The questions are carefully thought out and wonderfully original – but so too are the answers….“Dear Pope Francis, if you could do one miracle what would it be”.

“I would heal every child.”

The book is the brain-child of the Jesuit publishing company in Chicago, Loyola Press, headed up by Belfast born Jesuit Paul Campbell. He says the book has received extensive media coverage in the states, featuring on ABC’s Good Morning America. “And it was also in the top ten books selling on Amazon,” according to Fr Campbell.

Messenger Editor Fr Donal Neary SJ, says the Pope expresses a deep theology very simply in his responses to the huge variety of questions so typical of young imaginations.

Scoil Iognáid were only too delighted to be involved in the project from its inception; school principal Laoise Bhreathnach and all the teachers across different classes played their part. But the two teachers who co-ordinated the project were Nóirín Nic Grianna and Caoimhe Ní Fhríghil.

Clara said she would never forget her trip, her meeting – or her new friends from around the world.

“We got lots of tours and too much food but when we actually met the Pope it was amazing. We got a whole hour with him and we all got to ask him questions and he answered them properly – he thought about it and answered with what he actually believed whereas some adults wouldn’t actually do that,” she said.

Now back as a hero among her classmates at Scoil Iognáid, Clara reflected on meeting the Pope and said simply: “He’s very nice and he has a very good sense of humour.

“He is very kind and if can ever do something to change the world he probably will.”

As for her experience? “I’m really, really lucky and I’ll probably remember this for my whole life.”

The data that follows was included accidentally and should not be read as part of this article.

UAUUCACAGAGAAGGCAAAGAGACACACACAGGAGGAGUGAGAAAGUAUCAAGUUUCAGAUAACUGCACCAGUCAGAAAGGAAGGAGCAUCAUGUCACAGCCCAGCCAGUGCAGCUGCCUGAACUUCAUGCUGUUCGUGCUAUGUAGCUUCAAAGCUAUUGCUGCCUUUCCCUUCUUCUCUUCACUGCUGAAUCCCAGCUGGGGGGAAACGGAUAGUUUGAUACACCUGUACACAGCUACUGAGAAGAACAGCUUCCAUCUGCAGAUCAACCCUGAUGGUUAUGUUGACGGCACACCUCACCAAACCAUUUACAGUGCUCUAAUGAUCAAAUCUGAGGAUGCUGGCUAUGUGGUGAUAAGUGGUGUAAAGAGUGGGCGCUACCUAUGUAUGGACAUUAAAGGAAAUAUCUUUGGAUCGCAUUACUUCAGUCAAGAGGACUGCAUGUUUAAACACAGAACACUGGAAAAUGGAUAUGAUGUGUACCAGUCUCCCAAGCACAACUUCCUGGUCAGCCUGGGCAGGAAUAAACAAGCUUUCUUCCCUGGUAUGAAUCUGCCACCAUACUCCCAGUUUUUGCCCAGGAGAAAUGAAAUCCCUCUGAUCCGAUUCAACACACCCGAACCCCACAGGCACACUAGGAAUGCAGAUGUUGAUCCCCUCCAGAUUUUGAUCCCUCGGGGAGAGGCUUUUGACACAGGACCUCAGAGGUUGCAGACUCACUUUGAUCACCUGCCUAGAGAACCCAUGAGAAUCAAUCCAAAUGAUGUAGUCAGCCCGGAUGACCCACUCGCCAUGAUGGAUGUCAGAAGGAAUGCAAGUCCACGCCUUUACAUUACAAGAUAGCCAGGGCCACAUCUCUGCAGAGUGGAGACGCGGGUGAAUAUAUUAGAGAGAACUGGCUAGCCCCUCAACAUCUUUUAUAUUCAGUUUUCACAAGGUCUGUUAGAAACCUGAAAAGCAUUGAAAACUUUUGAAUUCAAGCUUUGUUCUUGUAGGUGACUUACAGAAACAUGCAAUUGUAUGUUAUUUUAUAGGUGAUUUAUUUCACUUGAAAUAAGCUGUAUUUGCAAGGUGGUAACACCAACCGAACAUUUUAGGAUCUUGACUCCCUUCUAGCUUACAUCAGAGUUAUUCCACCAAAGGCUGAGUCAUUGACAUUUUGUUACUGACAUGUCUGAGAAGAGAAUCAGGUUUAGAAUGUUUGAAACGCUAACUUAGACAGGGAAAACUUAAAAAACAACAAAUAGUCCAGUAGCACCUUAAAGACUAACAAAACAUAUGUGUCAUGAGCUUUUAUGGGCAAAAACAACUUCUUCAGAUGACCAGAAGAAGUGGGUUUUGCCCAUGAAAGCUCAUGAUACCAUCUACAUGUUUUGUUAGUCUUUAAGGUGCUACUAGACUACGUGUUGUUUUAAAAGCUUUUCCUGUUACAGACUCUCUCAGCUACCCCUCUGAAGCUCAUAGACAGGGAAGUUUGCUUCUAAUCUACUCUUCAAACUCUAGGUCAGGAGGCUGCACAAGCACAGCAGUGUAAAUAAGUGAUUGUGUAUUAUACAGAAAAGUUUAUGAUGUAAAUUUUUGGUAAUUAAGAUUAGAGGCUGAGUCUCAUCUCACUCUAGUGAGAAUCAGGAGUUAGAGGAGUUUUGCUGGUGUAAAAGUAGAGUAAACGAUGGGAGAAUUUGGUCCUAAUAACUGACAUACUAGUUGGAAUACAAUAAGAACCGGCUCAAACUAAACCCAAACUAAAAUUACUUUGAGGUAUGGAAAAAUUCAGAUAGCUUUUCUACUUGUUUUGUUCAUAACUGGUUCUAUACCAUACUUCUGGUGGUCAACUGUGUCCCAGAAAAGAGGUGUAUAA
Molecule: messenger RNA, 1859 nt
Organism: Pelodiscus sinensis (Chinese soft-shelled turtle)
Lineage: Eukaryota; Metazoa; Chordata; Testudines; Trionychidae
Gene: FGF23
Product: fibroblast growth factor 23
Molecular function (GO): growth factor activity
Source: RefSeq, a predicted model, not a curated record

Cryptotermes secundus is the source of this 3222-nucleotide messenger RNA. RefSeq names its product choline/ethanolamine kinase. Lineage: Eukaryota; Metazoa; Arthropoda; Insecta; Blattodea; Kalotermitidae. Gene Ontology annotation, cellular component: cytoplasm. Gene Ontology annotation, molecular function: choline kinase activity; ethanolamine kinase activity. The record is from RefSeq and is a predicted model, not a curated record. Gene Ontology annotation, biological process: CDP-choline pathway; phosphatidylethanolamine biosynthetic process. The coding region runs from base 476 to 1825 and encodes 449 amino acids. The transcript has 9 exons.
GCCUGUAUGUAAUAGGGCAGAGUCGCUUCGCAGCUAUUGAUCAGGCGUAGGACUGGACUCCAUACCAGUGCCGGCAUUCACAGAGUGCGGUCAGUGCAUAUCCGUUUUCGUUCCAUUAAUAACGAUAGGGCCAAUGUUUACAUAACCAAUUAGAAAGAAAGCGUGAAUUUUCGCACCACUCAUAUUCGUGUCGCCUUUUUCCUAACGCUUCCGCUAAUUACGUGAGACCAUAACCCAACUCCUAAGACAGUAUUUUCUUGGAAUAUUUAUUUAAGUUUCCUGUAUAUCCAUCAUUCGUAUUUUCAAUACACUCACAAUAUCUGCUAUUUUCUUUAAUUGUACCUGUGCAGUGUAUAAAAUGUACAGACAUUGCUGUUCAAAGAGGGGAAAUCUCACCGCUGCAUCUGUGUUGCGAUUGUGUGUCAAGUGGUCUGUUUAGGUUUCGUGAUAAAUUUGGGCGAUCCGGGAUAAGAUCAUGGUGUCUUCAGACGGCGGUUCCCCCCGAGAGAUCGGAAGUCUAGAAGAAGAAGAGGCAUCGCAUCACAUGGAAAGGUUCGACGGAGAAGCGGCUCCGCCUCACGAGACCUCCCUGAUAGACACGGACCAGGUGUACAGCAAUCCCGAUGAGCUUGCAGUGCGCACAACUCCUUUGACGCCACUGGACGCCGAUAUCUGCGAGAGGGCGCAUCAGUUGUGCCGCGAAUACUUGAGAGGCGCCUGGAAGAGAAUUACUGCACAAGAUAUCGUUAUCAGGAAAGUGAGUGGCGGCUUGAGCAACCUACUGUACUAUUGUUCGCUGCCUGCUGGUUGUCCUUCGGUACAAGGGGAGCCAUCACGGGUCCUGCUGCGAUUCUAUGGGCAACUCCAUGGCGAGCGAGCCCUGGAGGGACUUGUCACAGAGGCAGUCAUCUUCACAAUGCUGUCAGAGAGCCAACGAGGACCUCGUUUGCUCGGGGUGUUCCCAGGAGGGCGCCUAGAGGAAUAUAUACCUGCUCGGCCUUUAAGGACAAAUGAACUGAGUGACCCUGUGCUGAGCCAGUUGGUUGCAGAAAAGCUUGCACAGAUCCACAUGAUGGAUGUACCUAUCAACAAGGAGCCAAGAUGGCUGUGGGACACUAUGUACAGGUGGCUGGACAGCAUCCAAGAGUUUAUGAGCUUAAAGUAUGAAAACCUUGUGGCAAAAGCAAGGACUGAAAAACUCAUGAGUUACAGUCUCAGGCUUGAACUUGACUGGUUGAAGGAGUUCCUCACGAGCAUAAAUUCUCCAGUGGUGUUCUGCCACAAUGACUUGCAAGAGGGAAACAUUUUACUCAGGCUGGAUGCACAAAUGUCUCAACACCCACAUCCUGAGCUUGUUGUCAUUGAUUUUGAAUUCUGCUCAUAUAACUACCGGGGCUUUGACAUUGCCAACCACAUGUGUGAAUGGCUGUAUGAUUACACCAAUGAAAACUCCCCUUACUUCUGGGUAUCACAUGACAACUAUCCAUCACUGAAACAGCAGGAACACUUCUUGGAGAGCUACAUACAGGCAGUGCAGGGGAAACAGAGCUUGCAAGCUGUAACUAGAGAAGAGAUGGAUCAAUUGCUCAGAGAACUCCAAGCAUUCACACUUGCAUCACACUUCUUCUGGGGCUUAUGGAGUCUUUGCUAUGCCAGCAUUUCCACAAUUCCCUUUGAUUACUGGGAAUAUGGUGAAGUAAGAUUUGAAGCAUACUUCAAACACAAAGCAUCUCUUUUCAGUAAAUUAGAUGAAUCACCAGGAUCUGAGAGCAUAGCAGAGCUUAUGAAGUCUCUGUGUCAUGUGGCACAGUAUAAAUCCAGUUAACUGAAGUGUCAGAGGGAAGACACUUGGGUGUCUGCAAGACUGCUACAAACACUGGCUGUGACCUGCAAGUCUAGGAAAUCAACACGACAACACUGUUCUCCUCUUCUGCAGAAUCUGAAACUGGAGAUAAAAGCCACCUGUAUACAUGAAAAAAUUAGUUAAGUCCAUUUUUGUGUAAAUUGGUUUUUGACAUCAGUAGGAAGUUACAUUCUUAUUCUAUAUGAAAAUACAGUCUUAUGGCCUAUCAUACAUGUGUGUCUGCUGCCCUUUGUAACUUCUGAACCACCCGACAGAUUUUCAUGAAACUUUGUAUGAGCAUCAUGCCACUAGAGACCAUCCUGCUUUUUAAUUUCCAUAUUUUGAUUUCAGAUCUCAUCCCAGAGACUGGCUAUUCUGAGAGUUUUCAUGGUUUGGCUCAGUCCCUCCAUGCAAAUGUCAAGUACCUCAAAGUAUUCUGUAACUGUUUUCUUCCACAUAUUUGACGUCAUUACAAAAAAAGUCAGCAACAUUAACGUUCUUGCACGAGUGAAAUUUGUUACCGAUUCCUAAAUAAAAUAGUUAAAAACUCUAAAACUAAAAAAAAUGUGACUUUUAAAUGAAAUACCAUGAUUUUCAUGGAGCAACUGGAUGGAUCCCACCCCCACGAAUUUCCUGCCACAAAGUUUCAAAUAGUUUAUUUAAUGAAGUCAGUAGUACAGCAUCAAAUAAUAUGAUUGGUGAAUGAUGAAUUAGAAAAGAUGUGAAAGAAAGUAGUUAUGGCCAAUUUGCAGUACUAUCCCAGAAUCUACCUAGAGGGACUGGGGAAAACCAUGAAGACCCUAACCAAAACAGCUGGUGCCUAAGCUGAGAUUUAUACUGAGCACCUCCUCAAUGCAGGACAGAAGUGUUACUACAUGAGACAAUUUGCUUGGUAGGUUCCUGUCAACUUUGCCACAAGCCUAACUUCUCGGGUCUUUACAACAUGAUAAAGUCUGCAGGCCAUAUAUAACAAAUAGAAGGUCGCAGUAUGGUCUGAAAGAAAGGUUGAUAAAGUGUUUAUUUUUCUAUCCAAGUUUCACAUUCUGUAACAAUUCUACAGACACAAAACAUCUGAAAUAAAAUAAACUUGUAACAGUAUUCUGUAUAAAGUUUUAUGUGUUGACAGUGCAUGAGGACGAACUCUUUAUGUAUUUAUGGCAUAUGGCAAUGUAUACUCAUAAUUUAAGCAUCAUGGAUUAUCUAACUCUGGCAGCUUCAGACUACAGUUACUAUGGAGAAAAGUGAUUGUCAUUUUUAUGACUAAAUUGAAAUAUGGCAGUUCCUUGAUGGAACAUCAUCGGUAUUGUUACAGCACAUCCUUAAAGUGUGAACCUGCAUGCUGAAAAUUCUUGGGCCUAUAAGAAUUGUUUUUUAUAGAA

Dear Pope Francis was published this week by Messenger Publications, priced at €14.99.

Connacht Tribune

West has lower cancer survival rates than rest



Significant state investment is required to address ‘shocking’ inequalities that leave cancer patients in the West at greater risk of succumbing to the disease.

A meeting of Regional Health Forum West heard that survival rates for breast, lung and colorectal cancers than the national average, and with the most deprived quintile of the population, the West’s residents faced poorer outcomes from a cancer diagnosis.

For breast cancer patients, the five-year survival rate was 80% in the West versus 85% nationally; for lung cancer patients it was 16.7% in the west against a 19.5% national survival rate; and in the West’s colorectal cancer patients, there was a 62.6% survival rate where the national average was 63.1%.

These startling statistics were provided in answer to a question from Ballinasloe-based Cllr Evelyn Parsons (Ind) who said it was yet another reminder that cancer treatment infrastructure in the West was in dire need of improvement.